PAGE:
Employee Stakeholders & Workplace Issues

Employee Stakeholders and Workplace Issues

A stakeholder is any person affected by a company’s actions; employees are key company stakeholders contributing to the decision-making process and propelling the company towards achievements of their targets. The employee enters into a contract with an employer to provide services and be paid wages in returns. In 2015, Lewis observed that these social contracts have been experiencing dynamic changes over the past few years. This paper will explore the evolvement of social contracts between employees and employers; it will also compare the old and new social contracts as well as point out issues in workplaces.

Old and New Social Contracts

Before changes occurred in the human resource market, employees used to enjoy higher job security, they could even have one employer within their career life. They also had stable positions with fewer promotions or demotions and stable income, therefore, had loyalty to their employers. They also received several pieces of training concerning their work and were inspired by their accomplishments rather than teamwork or organizational achievements (Carroll and Buchholtz, 2015). The new contract, on the other hand, has been influenced by the employee wants and attitudes, employees have become more demanding and less satisfied with what they already have. According to Lewis (2015), employees want jobs with competitive salaries, satisfactory benefits and growth opportunities. In search of these, they have become loyal to themselves than to their employers and improved their diversity, they are also more mobile, with an estimated 11.3 jobs being an average of what today’s employee has held.



Employee Rights

Employee rights aim to protect employees in their places of work. These rights originate from the Constitution as statutory rights, employee unions as collective bargaining rights and enterprise rights set by a company or industry as a whole. Employees in the public sector enjoy protections by the Constitution, those on the private sector receive mistreatment from their employers, and this has forced them to form trade and labor unions to fight for their rights. These rights have stipulated the way organizations and employees are managed; the first model is the moral management where employees are given their rightfully deserved respect and dignity as they are an important human resource to a company. Carroll and Buchholtz (2015) explains that a moral management is where an organization only treats employees to a minimum as stipulated by the law stipulates. On the other hand, immoral management is a model disrespecting and exploiting employees, taking them to be just factors of production.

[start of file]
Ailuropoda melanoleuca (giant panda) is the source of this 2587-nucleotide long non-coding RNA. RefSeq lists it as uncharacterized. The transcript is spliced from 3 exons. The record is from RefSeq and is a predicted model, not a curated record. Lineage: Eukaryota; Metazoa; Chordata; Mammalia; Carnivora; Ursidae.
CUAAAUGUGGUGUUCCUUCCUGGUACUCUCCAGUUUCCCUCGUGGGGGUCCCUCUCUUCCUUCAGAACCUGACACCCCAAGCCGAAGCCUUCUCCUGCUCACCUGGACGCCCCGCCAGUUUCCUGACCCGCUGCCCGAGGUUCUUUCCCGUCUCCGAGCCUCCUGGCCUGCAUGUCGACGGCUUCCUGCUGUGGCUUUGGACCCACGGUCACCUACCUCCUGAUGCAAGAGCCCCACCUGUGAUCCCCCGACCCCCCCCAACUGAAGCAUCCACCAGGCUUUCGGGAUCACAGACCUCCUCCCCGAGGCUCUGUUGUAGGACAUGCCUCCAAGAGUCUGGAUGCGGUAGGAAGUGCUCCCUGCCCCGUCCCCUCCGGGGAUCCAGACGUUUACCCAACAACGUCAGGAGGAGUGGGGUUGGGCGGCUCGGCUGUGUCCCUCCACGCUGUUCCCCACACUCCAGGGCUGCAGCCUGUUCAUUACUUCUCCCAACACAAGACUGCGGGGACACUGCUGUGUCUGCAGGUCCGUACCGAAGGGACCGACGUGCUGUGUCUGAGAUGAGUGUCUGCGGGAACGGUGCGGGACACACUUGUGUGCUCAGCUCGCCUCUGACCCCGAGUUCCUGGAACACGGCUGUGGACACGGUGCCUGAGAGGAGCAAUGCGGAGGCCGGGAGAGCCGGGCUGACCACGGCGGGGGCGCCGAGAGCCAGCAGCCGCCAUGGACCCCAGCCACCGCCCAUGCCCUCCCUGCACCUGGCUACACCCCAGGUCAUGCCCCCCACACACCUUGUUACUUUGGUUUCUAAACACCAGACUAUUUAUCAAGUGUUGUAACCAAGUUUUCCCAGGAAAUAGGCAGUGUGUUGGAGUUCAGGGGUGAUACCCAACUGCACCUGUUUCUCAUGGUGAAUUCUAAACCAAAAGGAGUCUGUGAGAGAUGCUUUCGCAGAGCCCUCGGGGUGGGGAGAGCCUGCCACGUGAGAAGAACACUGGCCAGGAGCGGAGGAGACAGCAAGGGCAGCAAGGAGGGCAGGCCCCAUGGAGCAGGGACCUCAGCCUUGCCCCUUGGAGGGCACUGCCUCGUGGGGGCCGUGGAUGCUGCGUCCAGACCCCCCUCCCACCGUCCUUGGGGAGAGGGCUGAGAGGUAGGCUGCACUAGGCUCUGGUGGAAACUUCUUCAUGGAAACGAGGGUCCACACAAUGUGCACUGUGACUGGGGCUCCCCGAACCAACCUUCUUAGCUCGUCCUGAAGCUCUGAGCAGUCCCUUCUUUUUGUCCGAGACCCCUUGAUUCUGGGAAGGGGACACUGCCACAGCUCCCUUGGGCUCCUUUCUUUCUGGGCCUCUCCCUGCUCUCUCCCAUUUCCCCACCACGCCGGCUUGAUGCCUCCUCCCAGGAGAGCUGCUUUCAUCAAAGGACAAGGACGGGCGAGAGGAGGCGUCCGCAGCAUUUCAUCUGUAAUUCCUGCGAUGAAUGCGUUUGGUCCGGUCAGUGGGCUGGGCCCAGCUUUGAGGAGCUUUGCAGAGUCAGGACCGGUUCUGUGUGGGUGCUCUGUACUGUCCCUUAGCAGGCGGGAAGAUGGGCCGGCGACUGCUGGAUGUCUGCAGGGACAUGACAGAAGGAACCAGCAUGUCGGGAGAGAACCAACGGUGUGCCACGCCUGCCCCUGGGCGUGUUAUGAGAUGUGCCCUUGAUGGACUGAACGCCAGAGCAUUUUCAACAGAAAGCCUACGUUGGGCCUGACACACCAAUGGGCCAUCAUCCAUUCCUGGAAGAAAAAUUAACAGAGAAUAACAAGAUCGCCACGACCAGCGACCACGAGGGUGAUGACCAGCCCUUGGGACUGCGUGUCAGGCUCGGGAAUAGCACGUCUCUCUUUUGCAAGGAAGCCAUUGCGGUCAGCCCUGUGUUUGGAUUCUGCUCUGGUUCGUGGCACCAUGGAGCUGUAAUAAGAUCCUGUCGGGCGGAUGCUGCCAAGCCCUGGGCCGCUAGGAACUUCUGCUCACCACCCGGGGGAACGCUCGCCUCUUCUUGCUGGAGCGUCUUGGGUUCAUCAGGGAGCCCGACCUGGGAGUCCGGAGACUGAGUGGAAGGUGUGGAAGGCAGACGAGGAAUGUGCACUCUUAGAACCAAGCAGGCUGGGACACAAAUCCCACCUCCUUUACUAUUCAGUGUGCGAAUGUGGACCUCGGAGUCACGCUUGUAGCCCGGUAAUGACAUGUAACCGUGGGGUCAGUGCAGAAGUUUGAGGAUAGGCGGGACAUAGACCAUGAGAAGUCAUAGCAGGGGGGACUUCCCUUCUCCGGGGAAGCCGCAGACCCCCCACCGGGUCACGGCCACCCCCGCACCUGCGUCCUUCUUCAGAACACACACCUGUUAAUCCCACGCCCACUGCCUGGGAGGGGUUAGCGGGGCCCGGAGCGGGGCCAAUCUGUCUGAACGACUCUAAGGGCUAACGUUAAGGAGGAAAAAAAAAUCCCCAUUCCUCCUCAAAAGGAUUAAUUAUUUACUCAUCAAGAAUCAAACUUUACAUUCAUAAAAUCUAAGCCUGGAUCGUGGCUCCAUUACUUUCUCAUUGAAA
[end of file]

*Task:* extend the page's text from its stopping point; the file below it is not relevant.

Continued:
There are several issues that need to be addressed with regards to new social contracts. The rights of employees are being threatened as changes continue to drive workplace environment. The right not to be fired without good cause allows employees to have a secure job, and stable positions, the right to due process and fair treatment also give the employees the feeling of satisfaction and self-fulfillment while the right to freedom of speech allows employees to be open-minded and contribute towards company decision making. Whistle-blowing has been in constant growth in organizations due to this freedom (Carroll & Buchholtz, 2015).





Alternative Dispute Resolution (ADR)

  1. Open-Door Policy

A senior management personnel is appointed to welcome complaints from employees who may be unfairly treated. This method may be unfair as complaints against another senior manager may not be resolved.

  1. Hearing Procedure

Employees elect representatives to participate in the hearing process; there would be an independent party to decide in a given case, ensuring that employees get fair judgments.

  • The Ombudsman

If an employee notices something wrong, he or she might be threatened so as not to reveal what they saw; ombudsman will help the individual by protecting them from mistreatment. This method is highly preferred due to the confidentiality factor.

  1. The Peer Review Panel

The company forms a committee, constituting both employees and management representatives to oversee employee complaints. The committee should be elected by the employees and should be well conversant with employee status and relevant ways to solve issues (Carroll & Buchholtz, 2015).


The changes in the human resource sector have raised different issues towards employee-employer contracts. Lewis (2015) explains that employees have demanded more from their employers and have become more selective; whistle-blowing is also on the rise due to increased freedom of speech, causing more conflicts. Alternative dispute resolution is being adopted as they are proving to be assisting both employees and employers to come to terms with minimum time and costs spent.





Carroll A., Buchholtz A., (2015). Business and Society: Ethics, Sustainability, and Stakeholder

Management, Chapter 17; Employee Stakeholders and Workplace Issues, Cengage Learning.

Lewis J. (2015). How Are Employees Affected as Stakeholders? Demand Media, Hearst

Newspaper, LLC. Available at <>

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